Visual Cultures of Islam
Cross listed with MIDEAST and ISLAM 285
Artistic and architectural activity has thrived in the lands of Islam from the seventh century until today. Under this new faith of the Judeo-Christian line, the Middle East witnessed the emergence of a creative order that built upon older traditions, including those of Byzantium and Iran. This class explores the birth and development of Islamic expressive traditions in the Arabian Peninsula, stretching out to North Africa, the Mediterranean, Iran, Turkey, Central Asia, and the Indian Peninsula. The visual cultures that have emerged in Islamic lands over more than a millennium reveal notable richness and flexibility. For example, they interact with local, regional, and global cultures, as exemplified by the portable luxury objects that crossed the Mediterranean Basin during the Crusades or paintings and prints that were traded between empires from the fifteenth century onward. For their part, architectural styles, urban plans, and even landscaping could represent religious faith and earthly cosmopolitanism, as is the case for the Dome of the Rock in Jerusalem and the Taj Mahal in India. Today, the artistic and visual cultures of lands with Muslim majority populations continue to thrive, building upon and adapting older traditions. Whether these practices engage calligraphic expression, geometric design, or figural representation, the visual cultures of Islam provide valuable insight into humans' creativity and contributions to the world's artistic patrimony.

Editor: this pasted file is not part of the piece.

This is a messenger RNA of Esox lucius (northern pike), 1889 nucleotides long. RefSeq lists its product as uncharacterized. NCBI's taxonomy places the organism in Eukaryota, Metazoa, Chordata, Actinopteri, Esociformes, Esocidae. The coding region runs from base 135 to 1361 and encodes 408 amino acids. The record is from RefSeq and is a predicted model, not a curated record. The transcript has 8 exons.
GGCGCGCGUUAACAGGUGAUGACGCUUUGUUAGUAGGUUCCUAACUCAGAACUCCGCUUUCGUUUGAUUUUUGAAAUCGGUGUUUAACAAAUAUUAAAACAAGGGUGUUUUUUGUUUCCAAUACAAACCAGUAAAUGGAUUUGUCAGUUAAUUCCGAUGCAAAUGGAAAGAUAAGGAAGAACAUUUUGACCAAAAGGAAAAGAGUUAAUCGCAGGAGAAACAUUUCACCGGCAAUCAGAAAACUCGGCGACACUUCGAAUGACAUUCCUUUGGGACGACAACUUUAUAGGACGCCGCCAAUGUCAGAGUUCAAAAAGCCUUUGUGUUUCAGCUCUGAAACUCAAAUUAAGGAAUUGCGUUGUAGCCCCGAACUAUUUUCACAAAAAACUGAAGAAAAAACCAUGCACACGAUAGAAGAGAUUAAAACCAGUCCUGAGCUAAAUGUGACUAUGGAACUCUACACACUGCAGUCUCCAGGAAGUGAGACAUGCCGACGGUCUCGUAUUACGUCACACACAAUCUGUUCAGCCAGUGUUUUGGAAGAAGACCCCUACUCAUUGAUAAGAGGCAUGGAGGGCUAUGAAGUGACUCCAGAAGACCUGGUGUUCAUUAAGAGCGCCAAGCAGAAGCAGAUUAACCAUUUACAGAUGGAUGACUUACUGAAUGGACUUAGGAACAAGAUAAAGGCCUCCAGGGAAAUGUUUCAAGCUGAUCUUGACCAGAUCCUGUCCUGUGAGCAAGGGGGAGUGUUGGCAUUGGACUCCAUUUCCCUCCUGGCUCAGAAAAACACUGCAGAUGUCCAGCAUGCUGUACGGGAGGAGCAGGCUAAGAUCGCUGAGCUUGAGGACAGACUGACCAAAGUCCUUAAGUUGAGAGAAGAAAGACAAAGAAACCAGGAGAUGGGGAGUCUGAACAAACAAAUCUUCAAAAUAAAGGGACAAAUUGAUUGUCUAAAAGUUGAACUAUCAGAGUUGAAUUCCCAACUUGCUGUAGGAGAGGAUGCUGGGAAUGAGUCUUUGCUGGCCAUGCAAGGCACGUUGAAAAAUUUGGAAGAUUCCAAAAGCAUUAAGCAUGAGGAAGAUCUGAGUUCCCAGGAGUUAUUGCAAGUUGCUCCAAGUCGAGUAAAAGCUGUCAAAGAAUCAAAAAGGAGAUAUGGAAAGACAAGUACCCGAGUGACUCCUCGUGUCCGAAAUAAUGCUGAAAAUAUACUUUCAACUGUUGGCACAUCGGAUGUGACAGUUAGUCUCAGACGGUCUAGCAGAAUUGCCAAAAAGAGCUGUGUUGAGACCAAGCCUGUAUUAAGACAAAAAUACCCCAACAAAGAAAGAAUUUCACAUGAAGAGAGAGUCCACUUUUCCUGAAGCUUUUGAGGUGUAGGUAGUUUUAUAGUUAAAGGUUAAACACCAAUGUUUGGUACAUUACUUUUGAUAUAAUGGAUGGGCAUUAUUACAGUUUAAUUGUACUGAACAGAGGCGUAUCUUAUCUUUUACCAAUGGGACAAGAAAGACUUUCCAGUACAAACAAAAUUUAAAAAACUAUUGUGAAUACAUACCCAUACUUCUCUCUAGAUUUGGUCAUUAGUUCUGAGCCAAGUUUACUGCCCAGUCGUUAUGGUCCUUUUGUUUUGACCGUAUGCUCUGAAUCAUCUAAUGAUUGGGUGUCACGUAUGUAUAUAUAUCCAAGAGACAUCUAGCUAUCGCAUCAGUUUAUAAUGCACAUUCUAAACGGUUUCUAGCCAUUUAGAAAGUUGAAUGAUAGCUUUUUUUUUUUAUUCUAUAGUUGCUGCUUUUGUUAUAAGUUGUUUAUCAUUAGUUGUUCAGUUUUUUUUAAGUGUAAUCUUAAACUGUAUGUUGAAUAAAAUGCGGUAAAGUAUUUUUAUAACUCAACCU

No cost for materials.
All readings available as PDFs uploaded to Canvas.
HISTART Concentration Distributions: The Middle East, Medieval, Early Modern